The multi-talented Melissa Errico, one of Stephen Sondheim’s most trusted musical interpreters, performs an all-Sondheim lineup at the Sondheim Center in Fairfield on Thursday, September 15, and on the Brucemore lawn in Cedar Rapids on Saturday, September 17. The concerts will include classics from Into the Woods, Follies, Sweeney Todd, Anyone Can Whistle, Company, A Little Night Music, and other favorites. Errico says Sondheim’s songs are “highly particular, but then they are entirely universal at the same time.”
Errico first worked with Stephen Sondheim in 2002 in Sunday in the Park with George after the composer chose her to play Dot. She also starred as Clara in Passion and Leona in Do I Hear A Waltz? In 2018 she recorded the album Sondheim Sublime, which won raves from critics. Terry Teachout in the Wall Street Journal called it “The best all-Sondheim album ever recorded, a program of 15 songs in which radiantly warm singing and sensitive, intelligent interpretation are tightly and inseparably entwined.”
Errico says, “I really was looking for his most sublime music, his more philosophical songs. They’re so painfully beautiful but they’re mysterious, they have this entrancing mystery about them.”
The actress and singer has performed for over 30 years, on and off Broadway, on TV (Billions), in movies, and as a cabaret singer. She also writes essays about her theatrical life for the New York Times.
Don’t miss the chance to hear Errico’s fierce, crystalline voice when she performs in Fairfield and Cedar Rapids, part of a fall tour that ends on November 18 at Carnegie Hall. Tickets for Thursday night’s Sondheim Sublime are available at FACC.
Errico kindly answered questions via email about working with Stephen Sondheim.
How did you approach recording the Sondheim songs? Were you intimidated at all by his reputation in the theater world or what he would think of your work?
When I first worked with Steve, I was honestly too young to be as intimidated as I should have been. I proposed reworking the opening scene of Sunday in the Park with George so that Dot, my character, instead of primping for a date, would be naked in a bathtub primping for a date. I mean, actually nude. (This was because, as I knew—art history major in college!—Impressionist painting was stuffed with nudes in small baths.) Sondheim nicely agreed to go along with the alteration, and even altered a few lyrics for the occasion.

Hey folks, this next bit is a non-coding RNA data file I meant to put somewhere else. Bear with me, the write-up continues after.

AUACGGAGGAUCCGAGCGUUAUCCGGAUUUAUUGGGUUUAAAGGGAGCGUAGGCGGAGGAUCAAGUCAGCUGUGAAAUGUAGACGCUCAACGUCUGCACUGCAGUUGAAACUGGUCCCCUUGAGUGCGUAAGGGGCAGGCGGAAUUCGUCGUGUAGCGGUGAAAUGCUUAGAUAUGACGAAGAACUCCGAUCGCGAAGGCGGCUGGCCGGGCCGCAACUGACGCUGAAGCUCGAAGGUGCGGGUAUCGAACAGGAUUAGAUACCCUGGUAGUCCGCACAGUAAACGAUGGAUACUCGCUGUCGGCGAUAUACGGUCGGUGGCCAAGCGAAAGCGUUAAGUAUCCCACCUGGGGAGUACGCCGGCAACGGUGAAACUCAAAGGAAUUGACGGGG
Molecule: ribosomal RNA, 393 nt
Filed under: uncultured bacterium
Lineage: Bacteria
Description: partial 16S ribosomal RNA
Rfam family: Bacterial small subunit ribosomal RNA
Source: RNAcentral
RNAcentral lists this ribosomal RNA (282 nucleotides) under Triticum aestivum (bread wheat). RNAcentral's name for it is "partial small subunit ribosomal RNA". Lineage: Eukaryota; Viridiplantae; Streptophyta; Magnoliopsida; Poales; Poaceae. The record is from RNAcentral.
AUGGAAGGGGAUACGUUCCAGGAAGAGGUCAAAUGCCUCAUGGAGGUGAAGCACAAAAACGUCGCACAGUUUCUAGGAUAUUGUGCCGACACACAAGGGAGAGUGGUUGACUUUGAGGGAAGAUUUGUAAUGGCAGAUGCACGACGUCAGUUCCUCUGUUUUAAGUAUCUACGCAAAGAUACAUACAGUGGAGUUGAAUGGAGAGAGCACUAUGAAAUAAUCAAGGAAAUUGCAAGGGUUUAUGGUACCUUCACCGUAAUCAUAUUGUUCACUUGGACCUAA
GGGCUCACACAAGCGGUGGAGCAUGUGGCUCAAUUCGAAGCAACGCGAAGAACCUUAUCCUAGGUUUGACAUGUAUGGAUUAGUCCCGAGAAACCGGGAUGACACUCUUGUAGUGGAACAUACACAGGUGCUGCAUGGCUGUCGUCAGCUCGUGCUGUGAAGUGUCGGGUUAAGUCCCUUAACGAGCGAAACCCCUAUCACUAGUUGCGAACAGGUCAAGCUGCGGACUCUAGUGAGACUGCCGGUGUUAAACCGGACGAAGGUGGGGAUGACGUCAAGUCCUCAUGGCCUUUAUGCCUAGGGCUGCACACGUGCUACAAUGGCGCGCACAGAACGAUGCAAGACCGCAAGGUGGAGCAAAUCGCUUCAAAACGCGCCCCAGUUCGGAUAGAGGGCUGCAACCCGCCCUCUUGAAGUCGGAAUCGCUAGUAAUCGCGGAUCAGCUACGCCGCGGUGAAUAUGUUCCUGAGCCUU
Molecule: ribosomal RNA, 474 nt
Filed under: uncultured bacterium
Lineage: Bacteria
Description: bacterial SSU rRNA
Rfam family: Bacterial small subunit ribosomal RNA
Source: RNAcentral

By the time I made Sondheim Sublime, I was more cautiously reverent, but never unduly so. He was intimidating only because of his mind and accomplishments, not because he ever put on airs. We exchanged emails as equals, artist to interpreter. But he was always funny. We have the same birthday, so one year I mentioned happily that the day was our shared birthday. “Oh, are you ninety, too?” he asked immediately.
When you performed in his musicals, did you work with Sondheim directly? Did he ever give you feedback or advice?
Once when I was in a revival of the vexed musical he wrote with Richard Rodgers, Do I Hear A Waltz, he caught my eye when he visited the cast at the end of dress rehearsal. “Oh, there you are!” he said, and added mischievously, “You were wonderful—most of the time.” Then, after, he sought me out alone and said, “You were actually wonderful all of the time”—nice of him, but I pressed him to tell me if there was anything I could add to the character. He thought about it and then said, “When you do the drunk scene [where my prim character breaks down], do one thing that will make the audience hate you.” It was ballsy and dangerous advice, but I took it and the scene played much higher. The audience will forgive your being bad, but they’ll never forgive you for being bland. He knew that.
Do you have a favorite role in a Sondheim production?
So many! But I particularly loved playing Dot in that Kennedy Center production of Sunday in the Park. I was paired with the amazing Raúl Esparza, who was the perfect stormy and frustrated painter to match my passionate and frustrated model. We’re both from dark and passionate Latin backgrounds, and we laughed because we called it the perfect Cuban-Italian Sunday in the Park. I’d love to do Sondheim’s A Little Night Music with him some day, soon. That part, and Clara, in Passion.
Any advice for young people who are interested in exploring a career in musical theater?
When I was twelve, I worked up the courage, in a New York restaurant, to go over and ask the great Marian Seldes what I should do to become an actress. “Live!” she said. It was slightly … dramatic advice, I suppose, but it was sound: the best thing to do is study singing and acting, of course, but even more not to become too limited. Read and look and travel and learn! Live! I draw on my background in art history as much as my training in the theater to imagine roles, and I make a point of reading everything that the author of a show has written before I start in, in order to figure out what his or her point of view is as an artist. If you’re doing My Fair Lady, the Lerner & Loewe musical, you have to be sure to read Pygmalion, the source in Shaw. So … live! And read. (And, if you can, write!)